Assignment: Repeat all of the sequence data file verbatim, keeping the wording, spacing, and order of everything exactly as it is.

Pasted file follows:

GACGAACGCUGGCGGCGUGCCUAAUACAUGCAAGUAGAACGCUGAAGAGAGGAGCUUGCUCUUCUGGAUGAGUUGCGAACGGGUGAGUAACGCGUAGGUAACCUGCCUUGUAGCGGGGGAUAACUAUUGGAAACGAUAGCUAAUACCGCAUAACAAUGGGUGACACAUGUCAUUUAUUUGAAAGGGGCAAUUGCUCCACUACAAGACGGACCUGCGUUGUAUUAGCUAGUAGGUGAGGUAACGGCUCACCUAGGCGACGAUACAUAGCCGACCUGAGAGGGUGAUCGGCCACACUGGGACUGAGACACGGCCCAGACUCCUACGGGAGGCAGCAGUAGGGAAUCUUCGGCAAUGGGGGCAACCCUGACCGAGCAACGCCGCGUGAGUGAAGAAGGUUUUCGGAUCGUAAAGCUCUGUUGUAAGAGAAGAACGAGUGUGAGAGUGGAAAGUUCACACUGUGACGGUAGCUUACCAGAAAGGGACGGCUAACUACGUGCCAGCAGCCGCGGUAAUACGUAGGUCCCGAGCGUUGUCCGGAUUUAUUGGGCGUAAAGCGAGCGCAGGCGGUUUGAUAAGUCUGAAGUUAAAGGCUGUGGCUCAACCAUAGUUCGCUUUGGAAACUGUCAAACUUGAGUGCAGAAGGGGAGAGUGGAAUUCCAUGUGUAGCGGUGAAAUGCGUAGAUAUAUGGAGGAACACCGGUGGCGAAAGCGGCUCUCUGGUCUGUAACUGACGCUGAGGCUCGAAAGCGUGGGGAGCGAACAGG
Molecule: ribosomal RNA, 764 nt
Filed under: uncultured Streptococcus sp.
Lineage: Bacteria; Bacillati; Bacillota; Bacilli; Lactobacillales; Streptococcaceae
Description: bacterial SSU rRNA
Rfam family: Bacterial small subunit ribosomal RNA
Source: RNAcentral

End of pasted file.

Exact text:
GACGAACGCUGGCGGCGUGCCUAAUACAUGCAAGUAGAACGCUGAAGAGAGGAGCUUGCUCUUCUGGAUGAGUUGCGAACGGGUGAGUAACGCGUAGGUAACCUGCCUUGUAGCGGGGGAUAACUAUUGGAAACGAUAGCUAAUACCGCAUAACAAUGGGUGACACAUGUCAUUUAUUUGAAAGGGGCAAUUGCUCCACUACAAGACGGACCUGCGUUGUAUUAGCUAGUAGGUGAGGUAACGGCUCACCUAGGCGACGAUACAUAGCCGACCUGAGAGGGUGAUCGGCCACACUGGGACUGAGACACGGCCCAGACUCCUACGGGAGGCAGCAGUAGGGAAUCUUCGGCAAUGGGGGCAACCCUGACCGAGCAACGCCGCGUGAGUGAAGAAGGUUUUCGGAUCGUAAAGCUCUGUUGUAAGAGAAGAACGAGUGUGAGAGUGGAAAGUUCACACUGUGACGGUAGCUUACCAGAAAGGGACGGCUAACUACGUGCCAGCAGCCGCGGUAAUACGUAGGUCCCGAGCGUUGUCCGGAUUUAUUGGGCGUAAAGCGAGCGCAGGCGGUUUGAUAAGUCUGAAGUUAAAGGCUGUGGCUCAACCAUAGUUCGCUUUGGAAACUGUCAAACUUGAGUGCAGAAGGGGAGAGUGGAAUUCCAUGUGUAGCGGUGAAAUGCGUAGAUAUAUGGAGGAACACCGGUGGCGAAAGCGGCUCUCUGGUCUGUAACUGACGCUGAGGCUCGAAAGCGUGGGGAGCGAACAGG
Molecule: ribosomal RNA, 764 nt
Filed under: uncultured Streptococcus sp.
Lineage: Bacteria; Bacillati; Bacillota; Bacilli; Lactobacillales; Streptococcaceae
Description: bacterial SSU rRNA
Rfam family: Bacterial small subunit ribosomal RNA
Source: RNAcentral